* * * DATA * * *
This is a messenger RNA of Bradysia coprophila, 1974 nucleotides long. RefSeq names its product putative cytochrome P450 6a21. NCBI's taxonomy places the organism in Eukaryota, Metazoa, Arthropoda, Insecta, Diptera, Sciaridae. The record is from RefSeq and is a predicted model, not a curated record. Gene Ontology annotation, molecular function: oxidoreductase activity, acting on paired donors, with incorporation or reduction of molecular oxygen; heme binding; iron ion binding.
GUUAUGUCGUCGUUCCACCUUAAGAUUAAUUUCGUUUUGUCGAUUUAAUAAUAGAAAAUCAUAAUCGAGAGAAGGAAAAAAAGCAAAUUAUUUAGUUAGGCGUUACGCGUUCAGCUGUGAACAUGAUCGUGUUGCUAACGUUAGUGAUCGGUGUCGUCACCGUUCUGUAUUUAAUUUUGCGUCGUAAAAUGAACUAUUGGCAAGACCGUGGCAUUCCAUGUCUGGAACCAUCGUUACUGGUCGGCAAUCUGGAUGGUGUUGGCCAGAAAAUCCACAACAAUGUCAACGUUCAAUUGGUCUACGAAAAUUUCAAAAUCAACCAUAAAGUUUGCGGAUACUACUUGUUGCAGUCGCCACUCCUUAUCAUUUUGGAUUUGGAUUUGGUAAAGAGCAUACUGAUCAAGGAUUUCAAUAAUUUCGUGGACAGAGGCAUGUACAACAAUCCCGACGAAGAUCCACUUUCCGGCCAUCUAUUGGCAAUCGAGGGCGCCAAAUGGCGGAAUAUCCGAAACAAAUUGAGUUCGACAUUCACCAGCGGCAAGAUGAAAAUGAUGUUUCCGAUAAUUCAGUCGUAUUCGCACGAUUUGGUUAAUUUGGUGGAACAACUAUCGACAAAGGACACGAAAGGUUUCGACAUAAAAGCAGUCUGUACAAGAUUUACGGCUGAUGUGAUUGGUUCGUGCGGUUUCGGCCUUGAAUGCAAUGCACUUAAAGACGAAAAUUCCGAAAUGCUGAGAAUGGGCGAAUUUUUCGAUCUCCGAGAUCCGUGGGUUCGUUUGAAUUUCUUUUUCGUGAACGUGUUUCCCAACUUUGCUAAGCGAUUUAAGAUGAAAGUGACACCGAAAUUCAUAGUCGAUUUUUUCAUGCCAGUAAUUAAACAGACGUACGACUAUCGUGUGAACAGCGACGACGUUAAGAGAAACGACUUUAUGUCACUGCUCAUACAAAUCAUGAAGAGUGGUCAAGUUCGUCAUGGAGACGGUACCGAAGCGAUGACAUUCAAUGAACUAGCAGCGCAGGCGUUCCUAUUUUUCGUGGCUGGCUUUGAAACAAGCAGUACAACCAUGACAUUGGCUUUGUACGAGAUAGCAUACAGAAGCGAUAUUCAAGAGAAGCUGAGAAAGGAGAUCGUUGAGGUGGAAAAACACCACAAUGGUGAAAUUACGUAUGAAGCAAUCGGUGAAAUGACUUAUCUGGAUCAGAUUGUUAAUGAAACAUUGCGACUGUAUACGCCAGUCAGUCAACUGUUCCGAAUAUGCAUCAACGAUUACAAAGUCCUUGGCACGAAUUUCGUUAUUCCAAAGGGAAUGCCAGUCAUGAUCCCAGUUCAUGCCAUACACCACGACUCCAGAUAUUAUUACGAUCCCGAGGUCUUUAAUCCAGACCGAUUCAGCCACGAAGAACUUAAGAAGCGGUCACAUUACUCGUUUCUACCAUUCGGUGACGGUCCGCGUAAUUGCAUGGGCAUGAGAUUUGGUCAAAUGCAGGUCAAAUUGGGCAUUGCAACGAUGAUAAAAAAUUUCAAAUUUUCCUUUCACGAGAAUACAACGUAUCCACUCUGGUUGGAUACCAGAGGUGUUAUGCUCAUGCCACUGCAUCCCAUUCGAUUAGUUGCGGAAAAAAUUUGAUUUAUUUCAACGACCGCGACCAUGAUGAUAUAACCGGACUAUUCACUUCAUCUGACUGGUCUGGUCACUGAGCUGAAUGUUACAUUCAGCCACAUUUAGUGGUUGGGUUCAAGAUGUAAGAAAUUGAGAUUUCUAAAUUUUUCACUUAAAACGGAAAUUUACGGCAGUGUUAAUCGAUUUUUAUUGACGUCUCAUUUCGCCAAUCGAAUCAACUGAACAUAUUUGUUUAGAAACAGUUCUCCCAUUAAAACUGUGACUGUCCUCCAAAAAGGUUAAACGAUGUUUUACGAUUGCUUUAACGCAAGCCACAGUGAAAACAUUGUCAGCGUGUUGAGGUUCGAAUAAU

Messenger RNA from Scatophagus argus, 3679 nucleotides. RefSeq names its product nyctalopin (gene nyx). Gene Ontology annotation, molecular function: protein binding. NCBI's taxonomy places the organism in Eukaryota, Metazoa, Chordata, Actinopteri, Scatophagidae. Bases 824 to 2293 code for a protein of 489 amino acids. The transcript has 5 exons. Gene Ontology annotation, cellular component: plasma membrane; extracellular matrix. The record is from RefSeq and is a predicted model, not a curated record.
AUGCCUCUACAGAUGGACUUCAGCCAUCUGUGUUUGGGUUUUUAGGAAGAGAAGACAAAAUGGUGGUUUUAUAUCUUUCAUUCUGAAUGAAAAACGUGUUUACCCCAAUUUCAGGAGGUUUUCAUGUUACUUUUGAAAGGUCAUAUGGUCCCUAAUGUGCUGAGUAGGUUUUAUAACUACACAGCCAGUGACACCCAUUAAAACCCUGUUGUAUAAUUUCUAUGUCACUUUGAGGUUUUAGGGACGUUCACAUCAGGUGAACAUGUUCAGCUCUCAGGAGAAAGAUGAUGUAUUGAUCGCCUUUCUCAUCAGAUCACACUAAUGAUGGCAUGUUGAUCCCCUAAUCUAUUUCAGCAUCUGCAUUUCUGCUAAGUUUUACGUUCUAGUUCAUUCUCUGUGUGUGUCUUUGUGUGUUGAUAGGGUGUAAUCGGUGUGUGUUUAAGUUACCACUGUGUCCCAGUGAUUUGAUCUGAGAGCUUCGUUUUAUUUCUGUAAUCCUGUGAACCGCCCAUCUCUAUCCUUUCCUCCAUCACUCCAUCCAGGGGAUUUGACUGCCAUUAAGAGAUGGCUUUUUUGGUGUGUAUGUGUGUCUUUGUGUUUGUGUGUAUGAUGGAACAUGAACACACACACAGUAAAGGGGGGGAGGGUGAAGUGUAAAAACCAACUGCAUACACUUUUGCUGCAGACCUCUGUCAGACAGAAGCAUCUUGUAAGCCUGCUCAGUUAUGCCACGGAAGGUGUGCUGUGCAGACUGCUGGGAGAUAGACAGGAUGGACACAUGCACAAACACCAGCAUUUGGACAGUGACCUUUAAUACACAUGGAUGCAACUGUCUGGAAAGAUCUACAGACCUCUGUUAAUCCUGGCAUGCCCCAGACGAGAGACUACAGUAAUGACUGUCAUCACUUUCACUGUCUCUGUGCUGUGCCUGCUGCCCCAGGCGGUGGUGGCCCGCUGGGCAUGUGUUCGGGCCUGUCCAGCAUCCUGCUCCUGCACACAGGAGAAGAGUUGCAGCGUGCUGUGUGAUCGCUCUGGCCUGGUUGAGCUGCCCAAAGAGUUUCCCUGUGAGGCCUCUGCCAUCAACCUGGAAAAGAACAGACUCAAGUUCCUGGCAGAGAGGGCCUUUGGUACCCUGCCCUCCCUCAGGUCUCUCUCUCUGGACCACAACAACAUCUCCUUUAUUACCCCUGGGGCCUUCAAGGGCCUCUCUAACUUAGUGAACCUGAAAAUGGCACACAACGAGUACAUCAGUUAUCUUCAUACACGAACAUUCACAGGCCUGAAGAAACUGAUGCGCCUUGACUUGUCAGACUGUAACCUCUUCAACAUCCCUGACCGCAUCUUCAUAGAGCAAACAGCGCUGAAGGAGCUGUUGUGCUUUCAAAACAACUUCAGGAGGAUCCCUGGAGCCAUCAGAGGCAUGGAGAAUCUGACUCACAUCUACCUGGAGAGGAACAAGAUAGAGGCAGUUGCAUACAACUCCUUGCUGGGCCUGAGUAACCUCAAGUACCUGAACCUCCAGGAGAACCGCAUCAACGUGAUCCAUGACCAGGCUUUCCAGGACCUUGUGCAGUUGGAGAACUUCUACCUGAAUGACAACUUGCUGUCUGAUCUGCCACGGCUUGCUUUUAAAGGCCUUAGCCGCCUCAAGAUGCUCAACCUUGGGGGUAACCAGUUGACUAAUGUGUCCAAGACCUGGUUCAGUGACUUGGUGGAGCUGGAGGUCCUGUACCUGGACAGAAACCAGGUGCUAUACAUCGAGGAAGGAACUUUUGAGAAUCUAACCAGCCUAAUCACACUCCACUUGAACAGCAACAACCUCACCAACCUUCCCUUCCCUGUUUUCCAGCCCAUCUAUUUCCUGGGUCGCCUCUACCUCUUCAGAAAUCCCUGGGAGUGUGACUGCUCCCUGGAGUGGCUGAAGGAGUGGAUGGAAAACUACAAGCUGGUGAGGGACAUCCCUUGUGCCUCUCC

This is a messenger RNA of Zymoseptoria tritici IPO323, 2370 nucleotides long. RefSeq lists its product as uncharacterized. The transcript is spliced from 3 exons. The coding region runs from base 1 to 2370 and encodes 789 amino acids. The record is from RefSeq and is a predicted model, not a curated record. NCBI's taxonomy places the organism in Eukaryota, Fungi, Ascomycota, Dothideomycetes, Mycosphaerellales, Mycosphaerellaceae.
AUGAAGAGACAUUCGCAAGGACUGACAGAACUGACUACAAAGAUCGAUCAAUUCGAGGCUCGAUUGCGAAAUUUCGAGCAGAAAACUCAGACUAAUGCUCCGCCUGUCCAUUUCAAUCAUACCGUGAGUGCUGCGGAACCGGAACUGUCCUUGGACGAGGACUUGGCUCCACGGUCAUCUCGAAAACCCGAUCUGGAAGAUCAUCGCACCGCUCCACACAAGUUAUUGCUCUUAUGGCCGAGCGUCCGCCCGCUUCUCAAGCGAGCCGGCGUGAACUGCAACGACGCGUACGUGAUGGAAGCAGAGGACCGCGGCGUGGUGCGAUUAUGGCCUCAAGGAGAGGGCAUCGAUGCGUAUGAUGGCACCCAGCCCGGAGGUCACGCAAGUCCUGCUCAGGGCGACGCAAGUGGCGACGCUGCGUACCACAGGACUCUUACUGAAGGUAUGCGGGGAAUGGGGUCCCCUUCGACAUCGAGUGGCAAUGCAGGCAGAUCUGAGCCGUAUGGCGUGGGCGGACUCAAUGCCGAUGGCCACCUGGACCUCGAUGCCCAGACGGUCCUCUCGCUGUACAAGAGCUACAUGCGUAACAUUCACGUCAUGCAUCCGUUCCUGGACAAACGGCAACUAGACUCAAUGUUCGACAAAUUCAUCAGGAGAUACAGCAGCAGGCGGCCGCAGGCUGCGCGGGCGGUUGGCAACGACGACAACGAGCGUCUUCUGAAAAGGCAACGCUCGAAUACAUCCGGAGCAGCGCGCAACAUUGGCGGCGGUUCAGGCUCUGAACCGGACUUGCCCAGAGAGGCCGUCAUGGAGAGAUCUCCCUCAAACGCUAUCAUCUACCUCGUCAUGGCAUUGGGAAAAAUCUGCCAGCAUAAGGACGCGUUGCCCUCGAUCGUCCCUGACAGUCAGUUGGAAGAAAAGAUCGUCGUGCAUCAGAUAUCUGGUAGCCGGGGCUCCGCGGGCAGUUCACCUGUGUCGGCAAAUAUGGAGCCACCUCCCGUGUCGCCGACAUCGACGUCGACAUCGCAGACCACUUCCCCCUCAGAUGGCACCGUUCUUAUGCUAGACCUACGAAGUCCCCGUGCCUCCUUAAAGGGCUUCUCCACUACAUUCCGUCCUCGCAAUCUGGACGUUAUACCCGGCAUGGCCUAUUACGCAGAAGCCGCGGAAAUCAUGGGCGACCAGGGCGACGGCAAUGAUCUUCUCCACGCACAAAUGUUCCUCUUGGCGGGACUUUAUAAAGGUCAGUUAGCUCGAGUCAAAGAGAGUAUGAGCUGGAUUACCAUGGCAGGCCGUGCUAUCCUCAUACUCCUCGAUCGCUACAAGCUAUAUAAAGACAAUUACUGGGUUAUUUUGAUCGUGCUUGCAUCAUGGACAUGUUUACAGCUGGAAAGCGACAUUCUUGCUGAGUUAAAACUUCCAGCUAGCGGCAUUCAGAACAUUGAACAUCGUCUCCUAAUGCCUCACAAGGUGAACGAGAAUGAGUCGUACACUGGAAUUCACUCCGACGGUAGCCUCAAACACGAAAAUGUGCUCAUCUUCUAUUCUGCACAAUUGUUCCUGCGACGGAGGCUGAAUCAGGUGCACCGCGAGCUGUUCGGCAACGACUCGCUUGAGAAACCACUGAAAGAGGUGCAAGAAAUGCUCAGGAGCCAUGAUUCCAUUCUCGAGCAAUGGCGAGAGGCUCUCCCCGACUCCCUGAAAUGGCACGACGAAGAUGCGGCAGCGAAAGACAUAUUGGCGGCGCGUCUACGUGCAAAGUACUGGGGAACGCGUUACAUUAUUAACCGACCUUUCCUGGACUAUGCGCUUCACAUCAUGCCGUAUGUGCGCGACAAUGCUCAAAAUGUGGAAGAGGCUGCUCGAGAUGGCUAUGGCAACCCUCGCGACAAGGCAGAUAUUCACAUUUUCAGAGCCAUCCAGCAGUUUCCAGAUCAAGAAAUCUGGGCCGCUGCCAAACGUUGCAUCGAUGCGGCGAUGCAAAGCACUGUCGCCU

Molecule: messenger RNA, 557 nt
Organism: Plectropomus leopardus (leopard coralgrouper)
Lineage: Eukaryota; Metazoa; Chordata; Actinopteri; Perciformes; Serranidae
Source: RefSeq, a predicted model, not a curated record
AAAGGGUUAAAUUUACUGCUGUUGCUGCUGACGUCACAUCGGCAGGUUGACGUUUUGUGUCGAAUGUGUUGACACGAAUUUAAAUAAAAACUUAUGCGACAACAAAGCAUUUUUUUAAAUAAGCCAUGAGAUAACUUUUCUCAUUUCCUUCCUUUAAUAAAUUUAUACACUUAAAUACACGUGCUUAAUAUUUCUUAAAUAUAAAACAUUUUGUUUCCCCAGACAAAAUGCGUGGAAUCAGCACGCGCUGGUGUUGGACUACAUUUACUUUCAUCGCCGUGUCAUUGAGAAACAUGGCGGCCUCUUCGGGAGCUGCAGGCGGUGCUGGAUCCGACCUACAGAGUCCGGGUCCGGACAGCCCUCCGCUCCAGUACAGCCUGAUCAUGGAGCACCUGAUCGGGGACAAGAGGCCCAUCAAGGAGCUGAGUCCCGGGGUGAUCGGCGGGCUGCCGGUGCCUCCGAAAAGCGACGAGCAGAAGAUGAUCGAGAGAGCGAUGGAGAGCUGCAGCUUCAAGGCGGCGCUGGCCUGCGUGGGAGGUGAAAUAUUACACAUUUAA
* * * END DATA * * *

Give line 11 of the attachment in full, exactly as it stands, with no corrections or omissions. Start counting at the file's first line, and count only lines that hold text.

AAAGGGUUAAAUUUACUGCUGUUGCUGCUGACGUCACAUCGGCAGGUUGACGUUUUGUGUCGAAUGUGUUGACACGAAUUUAAAUAAAAACUUAUGCGACAACAAAGCAUUUUUUUAAAUAAGCCAUGAGAUAACUUUUCUCAUUUCCUUCCUUUAAUAAAUUUAUACACUUAAAUACACGUGCUUAAUAUUUCUUAAAUAUAAAACAUUUUGUUUCCCCAGACAAAAUGCGUGGAAUCAGCACGCGCUGGUGUUGGACUACAUUUACUUUCAUCGCCGUGUCAUUGAGAAACAUGGCGGCCUCUUCGGGAGCUGCAGGCGGUGCUGGAUCCGACCUACAGAGUCCGGGUCCGGACAGCCCUCCGCUCCAGUACAGCCUGAUCAUGGAGCACCUGAUCGGGGACAAGAGGCCCAUCAAGGAGCUGAGUCCCGGGGUGAUCGGCGGGCUGCCGGUGCCUCCGAAAAGCGACGAGCAGAAGAUGAUCGAGAGAGCGAUGGAGAGCUGCAGCUUCAAGGCGGCGCUGGCCUGCGUGGGAGGUGAAAUAUUACACAUUUAA